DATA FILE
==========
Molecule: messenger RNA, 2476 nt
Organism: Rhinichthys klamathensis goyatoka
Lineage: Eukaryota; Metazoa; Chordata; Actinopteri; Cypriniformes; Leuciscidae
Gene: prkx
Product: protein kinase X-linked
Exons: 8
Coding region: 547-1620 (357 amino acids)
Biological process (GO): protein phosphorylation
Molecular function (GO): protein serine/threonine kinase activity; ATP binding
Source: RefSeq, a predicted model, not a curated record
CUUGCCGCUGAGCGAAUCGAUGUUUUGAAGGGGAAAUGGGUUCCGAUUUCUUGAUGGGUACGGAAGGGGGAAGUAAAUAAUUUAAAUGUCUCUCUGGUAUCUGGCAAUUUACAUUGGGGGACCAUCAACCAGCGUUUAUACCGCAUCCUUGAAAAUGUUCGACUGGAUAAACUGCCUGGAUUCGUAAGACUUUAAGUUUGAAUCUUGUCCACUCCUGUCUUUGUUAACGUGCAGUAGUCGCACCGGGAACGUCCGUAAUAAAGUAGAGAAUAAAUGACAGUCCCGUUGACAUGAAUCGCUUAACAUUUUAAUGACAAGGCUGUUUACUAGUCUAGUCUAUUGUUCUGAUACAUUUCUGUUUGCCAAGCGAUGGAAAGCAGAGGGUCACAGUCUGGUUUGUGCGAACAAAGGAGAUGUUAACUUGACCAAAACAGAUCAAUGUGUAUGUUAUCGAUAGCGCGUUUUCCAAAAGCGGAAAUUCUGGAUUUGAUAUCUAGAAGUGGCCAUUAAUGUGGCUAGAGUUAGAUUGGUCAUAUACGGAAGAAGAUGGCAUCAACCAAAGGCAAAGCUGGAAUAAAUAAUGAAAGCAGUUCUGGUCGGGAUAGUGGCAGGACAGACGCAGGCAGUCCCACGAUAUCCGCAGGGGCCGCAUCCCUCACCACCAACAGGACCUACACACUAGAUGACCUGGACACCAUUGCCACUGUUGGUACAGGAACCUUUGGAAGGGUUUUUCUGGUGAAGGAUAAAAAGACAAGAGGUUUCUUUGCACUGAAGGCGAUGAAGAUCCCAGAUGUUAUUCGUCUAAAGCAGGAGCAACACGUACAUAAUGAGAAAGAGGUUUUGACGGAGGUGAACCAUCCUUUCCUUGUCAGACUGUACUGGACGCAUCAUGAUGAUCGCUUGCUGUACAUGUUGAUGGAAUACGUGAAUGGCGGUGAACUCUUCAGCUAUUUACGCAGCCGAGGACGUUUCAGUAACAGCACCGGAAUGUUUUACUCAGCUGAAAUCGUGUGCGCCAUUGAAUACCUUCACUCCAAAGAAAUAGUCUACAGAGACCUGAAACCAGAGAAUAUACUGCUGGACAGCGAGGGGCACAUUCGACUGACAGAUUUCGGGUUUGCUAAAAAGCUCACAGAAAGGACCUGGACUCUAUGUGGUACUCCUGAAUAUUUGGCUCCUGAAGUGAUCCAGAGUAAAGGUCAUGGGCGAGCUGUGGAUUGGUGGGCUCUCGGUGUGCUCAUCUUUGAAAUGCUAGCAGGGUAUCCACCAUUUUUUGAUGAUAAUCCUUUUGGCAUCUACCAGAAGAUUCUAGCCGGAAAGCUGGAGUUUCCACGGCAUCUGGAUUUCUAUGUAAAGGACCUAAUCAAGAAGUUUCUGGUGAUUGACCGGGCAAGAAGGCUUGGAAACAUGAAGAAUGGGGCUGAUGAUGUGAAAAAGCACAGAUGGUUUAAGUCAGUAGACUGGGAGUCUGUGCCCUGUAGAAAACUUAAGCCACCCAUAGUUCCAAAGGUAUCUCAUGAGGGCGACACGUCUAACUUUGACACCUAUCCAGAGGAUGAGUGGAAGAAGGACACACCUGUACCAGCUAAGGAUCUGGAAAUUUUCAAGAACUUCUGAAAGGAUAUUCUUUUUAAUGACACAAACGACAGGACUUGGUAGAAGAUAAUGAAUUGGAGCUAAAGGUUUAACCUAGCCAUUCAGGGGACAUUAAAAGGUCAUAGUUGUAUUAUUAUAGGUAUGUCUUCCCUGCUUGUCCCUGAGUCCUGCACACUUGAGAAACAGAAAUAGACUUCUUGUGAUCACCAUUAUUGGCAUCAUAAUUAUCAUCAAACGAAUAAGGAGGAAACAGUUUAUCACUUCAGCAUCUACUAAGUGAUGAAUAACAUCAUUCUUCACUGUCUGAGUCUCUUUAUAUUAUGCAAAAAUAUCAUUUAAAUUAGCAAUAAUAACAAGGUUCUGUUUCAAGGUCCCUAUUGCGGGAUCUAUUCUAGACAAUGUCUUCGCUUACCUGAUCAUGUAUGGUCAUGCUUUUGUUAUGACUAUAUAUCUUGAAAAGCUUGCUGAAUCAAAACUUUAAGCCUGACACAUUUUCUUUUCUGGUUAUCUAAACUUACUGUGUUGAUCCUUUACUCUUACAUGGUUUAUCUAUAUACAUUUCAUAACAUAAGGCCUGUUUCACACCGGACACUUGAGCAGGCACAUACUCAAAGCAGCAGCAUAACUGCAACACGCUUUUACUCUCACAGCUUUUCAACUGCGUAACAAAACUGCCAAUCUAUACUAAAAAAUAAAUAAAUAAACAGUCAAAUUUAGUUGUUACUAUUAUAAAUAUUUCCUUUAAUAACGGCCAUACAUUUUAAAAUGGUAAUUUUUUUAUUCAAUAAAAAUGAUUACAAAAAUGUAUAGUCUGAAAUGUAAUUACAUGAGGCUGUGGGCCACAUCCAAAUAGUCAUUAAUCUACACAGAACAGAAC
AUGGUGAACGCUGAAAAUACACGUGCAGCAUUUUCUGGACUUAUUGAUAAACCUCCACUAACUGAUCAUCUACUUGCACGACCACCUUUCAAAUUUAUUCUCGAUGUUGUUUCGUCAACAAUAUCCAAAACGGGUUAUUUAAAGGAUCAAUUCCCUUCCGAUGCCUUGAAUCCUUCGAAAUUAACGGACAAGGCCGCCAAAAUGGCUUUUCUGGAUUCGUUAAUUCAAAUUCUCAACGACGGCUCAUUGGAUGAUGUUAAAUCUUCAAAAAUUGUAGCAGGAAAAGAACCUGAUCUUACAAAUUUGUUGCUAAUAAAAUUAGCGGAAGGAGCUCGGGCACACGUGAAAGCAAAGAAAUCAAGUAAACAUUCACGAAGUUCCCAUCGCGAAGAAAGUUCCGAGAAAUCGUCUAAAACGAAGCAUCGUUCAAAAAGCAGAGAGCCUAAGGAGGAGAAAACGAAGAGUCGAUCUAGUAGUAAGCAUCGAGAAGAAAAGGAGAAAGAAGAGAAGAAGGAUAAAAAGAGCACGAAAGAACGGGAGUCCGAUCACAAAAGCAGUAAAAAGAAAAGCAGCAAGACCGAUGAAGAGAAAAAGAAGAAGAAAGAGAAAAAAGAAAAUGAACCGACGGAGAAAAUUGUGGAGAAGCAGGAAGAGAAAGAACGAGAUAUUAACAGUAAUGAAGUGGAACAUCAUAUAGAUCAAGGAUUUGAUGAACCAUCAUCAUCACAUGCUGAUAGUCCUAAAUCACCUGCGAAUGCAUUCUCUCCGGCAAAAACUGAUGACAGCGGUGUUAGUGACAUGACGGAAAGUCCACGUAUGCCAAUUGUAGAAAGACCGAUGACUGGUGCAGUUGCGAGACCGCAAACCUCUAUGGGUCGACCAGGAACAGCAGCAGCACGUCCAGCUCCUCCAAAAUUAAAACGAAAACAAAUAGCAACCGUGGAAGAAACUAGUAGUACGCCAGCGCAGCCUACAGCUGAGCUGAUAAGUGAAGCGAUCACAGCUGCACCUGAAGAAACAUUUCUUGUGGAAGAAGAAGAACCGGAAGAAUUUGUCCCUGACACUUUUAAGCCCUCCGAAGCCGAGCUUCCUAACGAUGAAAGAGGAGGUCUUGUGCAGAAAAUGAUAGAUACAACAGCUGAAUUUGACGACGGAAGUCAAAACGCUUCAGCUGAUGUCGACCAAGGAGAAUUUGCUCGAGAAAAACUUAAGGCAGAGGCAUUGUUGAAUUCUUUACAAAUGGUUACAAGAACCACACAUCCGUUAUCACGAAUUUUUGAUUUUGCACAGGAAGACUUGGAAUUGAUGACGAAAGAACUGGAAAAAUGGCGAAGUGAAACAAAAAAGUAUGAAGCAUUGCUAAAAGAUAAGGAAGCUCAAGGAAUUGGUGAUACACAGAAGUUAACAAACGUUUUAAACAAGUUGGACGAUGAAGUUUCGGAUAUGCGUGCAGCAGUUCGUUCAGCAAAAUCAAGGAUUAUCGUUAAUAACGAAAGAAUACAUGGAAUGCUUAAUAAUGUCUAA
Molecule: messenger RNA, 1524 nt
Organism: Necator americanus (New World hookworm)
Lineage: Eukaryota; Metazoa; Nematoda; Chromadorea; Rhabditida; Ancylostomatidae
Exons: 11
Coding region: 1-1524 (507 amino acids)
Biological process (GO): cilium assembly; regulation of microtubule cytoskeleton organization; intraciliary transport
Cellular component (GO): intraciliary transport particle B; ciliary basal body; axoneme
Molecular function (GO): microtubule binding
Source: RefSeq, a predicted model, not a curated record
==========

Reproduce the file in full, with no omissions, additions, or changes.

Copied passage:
Molecule: messenger RNA, 2476 nt
Organism: Rhinichthys klamathensis goyatoka
Lineage: Eukaryota; Metazoa; Chordata; Actinopteri; Cypriniformes; Leuciscidae
Gene: prkx
Product: protein kinase X-linked
Exons: 8
Coding region: 547-1620 (357 amino acids)
Biological process (GO): protein phosphorylation
Molecular function (GO): protein serine/threonine kinase activity; ATP binding
Source: RefSeq, a predicted model, not a curated record
CUUGCCGCUGAGCGAAUCGAUGUUUUGAAGGGGAAAUGGGUUCCGAUUUCUUGAUGGGUACGGAAGGGGGAAGUAAAUAAUUUAAAUGUCUCUCUGGUAUCUGGCAAUUUACAUUGGGGGACCAUCAACCAGCGUUUAUACCGCAUCCUUGAAAAUGUUCGACUGGAUAAACUGCCUGGAUUCGUAAGACUUUAAGUUUGAAUCUUGUCCACUCCUGUCUUUGUUAACGUGCAGUAGUCGCACCGGGAACGUCCGUAAUAAAGUAGAGAAUAAAUGACAGUCCCGUUGACAUGAAUCGCUUAACAUUUUAAUGACAAGGCUGUUUACUAGUCUAGUCUAUUGUUCUGAUACAUUUCUGUUUGCCAAGCGAUGGAAAGCAGAGGGUCACAGUCUGGUUUGUGCGAACAAAGGAGAUGUUAACUUGACCAAAACAGAUCAAUGUGUAUGUUAUCGAUAGCGCGUUUUCCAAAAGCGGAAAUUCUGGAUUUGAUAUCUAGAAGUGGCCAUUAAUGUGGCUAGAGUUAGAUUGGUCAUAUACGGAAGAAGAUGGCAUCAACCAAAGGCAAAGCUGGAAUAAAUAAUGAAAGCAGUUCUGGUCGGGAUAGUGGCAGGACAGACGCAGGCAGUCCCACGAUAUCCGCAGGGGCCGCAUCCCUCACCACCAACAGGACCUACACACUAGAUGACCUGGACACCAUUGCCACUGUUGGUACAGGAACCUUUGGAAGGGUUUUUCUGGUGAAGGAUAAAAAGACAAGAGGUUUCUUUGCACUGAAGGCGAUGAAGAUCCCAGAUGUUAUUCGUCUAAAGCAGGAGCAACACGUACAUAAUGAGAAAGAGGUUUUGACGGAGGUGAACCAUCCUUUCCUUGUCAGACUGUACUGGACGCAUCAUGAUGAUCGCUUGCUGUACAUGUUGAUGGAAUACGUGAAUGGCGGUGAACUCUUCAGCUAUUUACGCAGCCGAGGACGUUUCAGUAACAGCACCGGAAUGUUUUACUCAGCUGAAAUCGUGUGCGCCAUUGAAUACCUUCACUCCAAAGAAAUAGUCUACAGAGACCUGAAACCAGAGAAUAUACUGCUGGACAGCGAGGGGCACAUUCGACUGACAGAUUUCGGGUUUGCUAAAAAGCUCACAGAAAGGACCUGGACUCUAUGUGGUACUCCUGAAUAUUUGGCUCCUGAAGUGAUCCAGAGUAAAGGUCAUGGGCGAGCUGUGGAUUGGUGGGCUCUCGGUGUGCUCAUCUUUGAAAUGCUAGCAGGGUAUCCACCAUUUUUUGAUGAUAAUCCUUUUGGCAUCUACCAGAAGAUUCUAGCCGGAAAGCUGGAGUUUCCACGGCAUCUGGAUUUCUAUGUAAAGGACCUAAUCAAGAAGUUUCUGGUGAUUGACCGGGCAAGAAGGCUUGGAAACAUGAAGAAUGGGGCUGAUGAUGUGAAAAAGCACAGAUGGUUUAAGUCAGUAGACUGGGAGUCUGUGCCCUGUAGAAAACUUAAGCCACCCAUAGUUCCAAAGGUAUCUCAUGAGGGCGACACGUCUAACUUUGACACCUAUCCAGAGGAUGAGUGGAAGAAGGACACACCUGUACCAGCUAAGGAUCUGGAAAUUUUCAAGAACUUCUGAAAGGAUAUUCUUUUUAAUGACACAAACGACAGGACUUGGUAGAAGAUAAUGAAUUGGAGCUAAAGGUUUAACCUAGCCAUUCAGGGGACAUUAAAAGGUCAUAGUUGUAUUAUUAUAGGUAUGUCUUCCCUGCUUGUCCCUGAGUCCUGCACACUUGAGAAACAGAAAUAGACUUCUUGUGAUCACCAUUAUUGGCAUCAUAAUUAUCAUCAAACGAAUAAGGAGGAAACAGUUUAUCACUUCAGCAUCUACUAAGUGAUGAAUAACAUCAUUCUUCACUGUCUGAGUCUCUUUAUAUUAUGCAAAAAUAUCAUUUAAAUUAGCAAUAAUAACAAGGUUCUGUUUCAAGGUCCCUAUUGCGGGAUCUAUUCUAGACAAUGUCUUCGCUUACCUGAUCAUGUAUGGUCAUGCUUUUGUUAUGACUAUAUAUCUUGAAAAGCUUGCUGAAUCAAAACUUUAAGCCUGACACAUUUUCUUUUCUGGUUAUCUAAACUUACUGUGUUGAUCCUUUACUCUUACAUGGUUUAUCUAUAUACAUUUCAUAACAUAAGGCCUGUUUCACACCGGACACUUGAGCAGGCACAUACUCAAAGCAGCAGCAUAACUGCAACACGCUUUUACUCUCACAGCUUUUCAACUGCGUAACAAAACUGCCAAUCUAUACUAAAAAAUAAAUAAAUAAACAGUCAAAUUUAGUUGUUACUAUUAUAAAUAUUUCCUUUAAUAACGGCCAUACAUUUUAAAAUGGUAAUUUUUUUAUUCAAUAAAAAUGAUUACAAAAAUGUAUAGUCUGAAAUGUAAUUACAUGAGGCUGUGGGCCACAUCCAAAUAGUCAUUAAUCUACACAGAACAGAAC
AUGGUGAACGCUGAAAAUACACGUGCAGCAUUUUCUGGACUUAUUGAUAAACCUCCACUAACUGAUCAUCUACUUGCACGACCACCUUUCAAAUUUAUUCUCGAUGUUGUUUCGUCAACAAUAUCCAAAACGGGUUAUUUAAAGGAUCAAUUCCCUUCCGAUGCCUUGAAUCCUUCGAAAUUAACGGACAAGGCCGCCAAAAUGGCUUUUCUGGAUUCGUUAAUUCAAAUUCUCAACGACGGCUCAUUGGAUGAUGUUAAAUCUUCAAAAAUUGUAGCAGGAAAAGAACCUGAUCUUACAAAUUUGUUGCUAAUAAAAUUAGCGGAAGGAGCUCGGGCACACGUGAAAGCAAAGAAAUCAAGUAAACAUUCACGAAGUUCCCAUCGCGAAGAAAGUUCCGAGAAAUCGUCUAAAACGAAGCAUCGUUCAAAAAGCAGAGAGCCUAAGGAGGAGAAAACGAAGAGUCGAUCUAGUAGUAAGCAUCGAGAAGAAAAGGAGAAAGAAGAGAAGAAGGAUAAAAAGAGCACGAAAGAACGGGAGUCCGAUCACAAAAGCAGUAAAAAGAAAAGCAGCAAGACCGAUGAAGAGAAAAAGAAGAAGAAAGAGAAAAAAGAAAAUGAACCGACGGAGAAAAUUGUGGAGAAGCAGGAAGAGAAAGAACGAGAUAUUAACAGUAAUGAAGUGGAACAUCAUAUAGAUCAAGGAUUUGAUGAACCAUCAUCAUCACAUGCUGAUAGUCCUAAAUCACCUGCGAAUGCAUUCUCUCCGGCAAAAACUGAUGACAGCGGUGUUAGUGACAUGACGGAAAGUCCACGUAUGCCAAUUGUAGAAAGACCGAUGACUGGUGCAGUUGCGAGACCGCAAACCUCUAUGGGUCGACCAGGAACAGCAGCAGCACGUCCAGCUCCUCCAAAAUUAAAACGAAAACAAAUAGCAACCGUGGAAGAAACUAGUAGUACGCCAGCGCAGCCUACAGCUGAGCUGAUAAGUGAAGCGAUCACAGCUGCACCUGAAGAAACAUUUCUUGUGGAAGAAGAAGAACCGGAAGAAUUUGUCCCUGACACUUUUAAGCCCUCCGAAGCCGAGCUUCCUAACGAUGAAAGAGGAGGUCUUGUGCAGAAAAUGAUAGAUACAACAGCUGAAUUUGACGACGGAAGUCAAAACGCUUCAGCUGAUGUCGACCAAGGAGAAUUUGCUCGAGAAAAACUUAAGGCAGAGGCAUUGUUGAAUUCUUUACAAAUGGUUACAAGAACCACACAUCCGUUAUCACGAAUUUUUGAUUUUGCACAGGAAGACUUGGAAUUGAUGACGAAAGAACUGGAAAAAUGGCGAAGUGAAACAAAAAAGUAUGAAGCAUUGCUAAAAGAUAAGGAAGCUCAAGGAAUUGGUGAUACACAGAAGUUAACAAACGUUUUAAACAAGUUGGACGAUGAAGUUUCGGAUAUGCGUGCAGCAGUUCGUUCAGCAAAAUCAAGGAUUAUCGUUAAUAACGAAAGAAUACAUGGAAUGCUUAAUAAUGUCUAA
Molecule: messenger RNA, 1524 nt
Organism: Necator americanus (New World hookworm)
Lineage: Eukaryota; Metazoa; Nematoda; Chromadorea; Rhabditida; Ancylostomatidae
Exons: 11
Coding region: 1-1524 (507 amino acids)
Biological process (GO): cilium assembly; regulation of microtubule cytoskeleton organization; intraciliary transport
Cellular component (GO): intraciliary transport particle B; ciliary basal body; axoneme
Molecular function (GO): microtubule binding
Source: RefSeq, a predicted model, not a curated record